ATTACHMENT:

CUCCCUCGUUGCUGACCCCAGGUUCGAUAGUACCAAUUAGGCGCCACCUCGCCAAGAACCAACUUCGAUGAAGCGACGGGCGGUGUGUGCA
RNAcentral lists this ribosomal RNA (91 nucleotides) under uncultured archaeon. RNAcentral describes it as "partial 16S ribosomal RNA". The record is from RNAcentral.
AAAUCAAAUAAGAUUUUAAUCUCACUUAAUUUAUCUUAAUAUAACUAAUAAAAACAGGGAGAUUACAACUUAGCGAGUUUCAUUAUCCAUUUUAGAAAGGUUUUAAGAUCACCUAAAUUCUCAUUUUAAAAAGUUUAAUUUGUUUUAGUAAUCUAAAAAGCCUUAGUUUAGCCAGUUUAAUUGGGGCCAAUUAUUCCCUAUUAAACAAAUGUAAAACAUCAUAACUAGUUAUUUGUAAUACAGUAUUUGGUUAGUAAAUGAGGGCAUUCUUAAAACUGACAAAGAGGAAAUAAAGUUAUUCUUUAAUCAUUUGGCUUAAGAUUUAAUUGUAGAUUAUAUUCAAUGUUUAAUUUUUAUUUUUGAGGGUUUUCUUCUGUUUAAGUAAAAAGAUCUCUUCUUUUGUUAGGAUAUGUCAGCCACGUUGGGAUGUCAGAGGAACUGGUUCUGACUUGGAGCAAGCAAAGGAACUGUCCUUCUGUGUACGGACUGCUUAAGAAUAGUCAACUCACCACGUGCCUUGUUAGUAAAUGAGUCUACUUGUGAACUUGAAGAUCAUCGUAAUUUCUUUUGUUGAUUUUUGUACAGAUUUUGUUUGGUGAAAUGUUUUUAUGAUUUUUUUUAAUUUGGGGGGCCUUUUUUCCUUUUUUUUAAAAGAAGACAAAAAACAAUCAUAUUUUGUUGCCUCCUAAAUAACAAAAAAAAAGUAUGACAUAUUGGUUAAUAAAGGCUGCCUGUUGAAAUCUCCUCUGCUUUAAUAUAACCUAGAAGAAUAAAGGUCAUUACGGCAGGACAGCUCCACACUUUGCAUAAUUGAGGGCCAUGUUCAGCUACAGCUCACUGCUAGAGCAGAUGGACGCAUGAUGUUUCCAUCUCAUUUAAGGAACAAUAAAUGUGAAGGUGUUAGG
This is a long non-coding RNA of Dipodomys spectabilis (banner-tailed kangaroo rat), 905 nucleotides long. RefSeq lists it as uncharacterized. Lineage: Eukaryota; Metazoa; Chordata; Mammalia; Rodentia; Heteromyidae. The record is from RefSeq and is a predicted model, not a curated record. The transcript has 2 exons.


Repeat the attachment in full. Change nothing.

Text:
CUCCCUCGUUGCUGACCCCAGGUUCGAUAGUACCAAUUAGGCGCCACCUCGCCAAGAACCAACUUCGAUGAAGCGACGGGCGGUGUGUGCA
RNAcentral lists this ribosomal RNA (91 nucleotides) under uncultured archaeon. RNAcentral describes it as "partial 16S ribosomal RNA". The record is from RNAcentral.
AAAUCAAAUAAGAUUUUAAUCUCACUUAAUUUAUCUUAAUAUAACUAAUAAAAACAGGGAGAUUACAACUUAGCGAGUUUCAUUAUCCAUUUUAGAAAGGUUUUAAGAUCACCUAAAUUCUCAUUUUAAAAAGUUUAAUUUGUUUUAGUAAUCUAAAAAGCCUUAGUUUAGCCAGUUUAAUUGGGGCCAAUUAUUCCCUAUUAAACAAAUGUAAAACAUCAUAACUAGUUAUUUGUAAUACAGUAUUUGGUUAGUAAAUGAGGGCAUUCUUAAAACUGACAAAGAGGAAAUAAAGUUAUUCUUUAAUCAUUUGGCUUAAGAUUUAAUUGUAGAUUAUAUUCAAUGUUUAAUUUUUAUUUUUGAGGGUUUUCUUCUGUUUAAGUAAAAAGAUCUCUUCUUUUGUUAGGAUAUGUCAGCCACGUUGGGAUGUCAGAGGAACUGGUUCUGACUUGGAGCAAGCAAAGGAACUGUCCUUCUGUGUACGGACUGCUUAAGAAUAGUCAACUCACCACGUGCCUUGUUAGUAAAUGAGUCUACUUGUGAACUUGAAGAUCAUCGUAAUUUCUUUUGUUGAUUUUUGUACAGAUUUUGUUUGGUGAAAUGUUUUUAUGAUUUUUUUUAAUUUGGGGGGCCUUUUUUCCUUUUUUUUAAAAGAAGACAAAAAACAAUCAUAUUUUGUUGCCUCCUAAAUAACAAAAAAAAAGUAUGACAUAUUGGUUAAUAAAGGCUGCCUGUUGAAAUCUCCUCUGCUUUAAUAUAACCUAGAAGAAUAAAGGUCAUUACGGCAGGACAGCUCCACACUUUGCAUAAUUGAGGGCCAUGUUCAGCUACAGCUCACUGCUAGAGCAGAUGGACGCAUGAUGUUUCCAUCUCAUUUAAGGAACAAUAAAUGUGAAGGUGUUAGG
This is a long non-coding RNA of Dipodomys spectabilis (banner-tailed kangaroo rat), 905 nucleotides long. RefSeq lists it as uncharacterized. Lineage: Eukaryota; Metazoa; Chordata; Mammalia; Rodentia; Heteromyidae. The record is from RefSeq and is a predicted model, not a curated record. The transcript has 2 exons.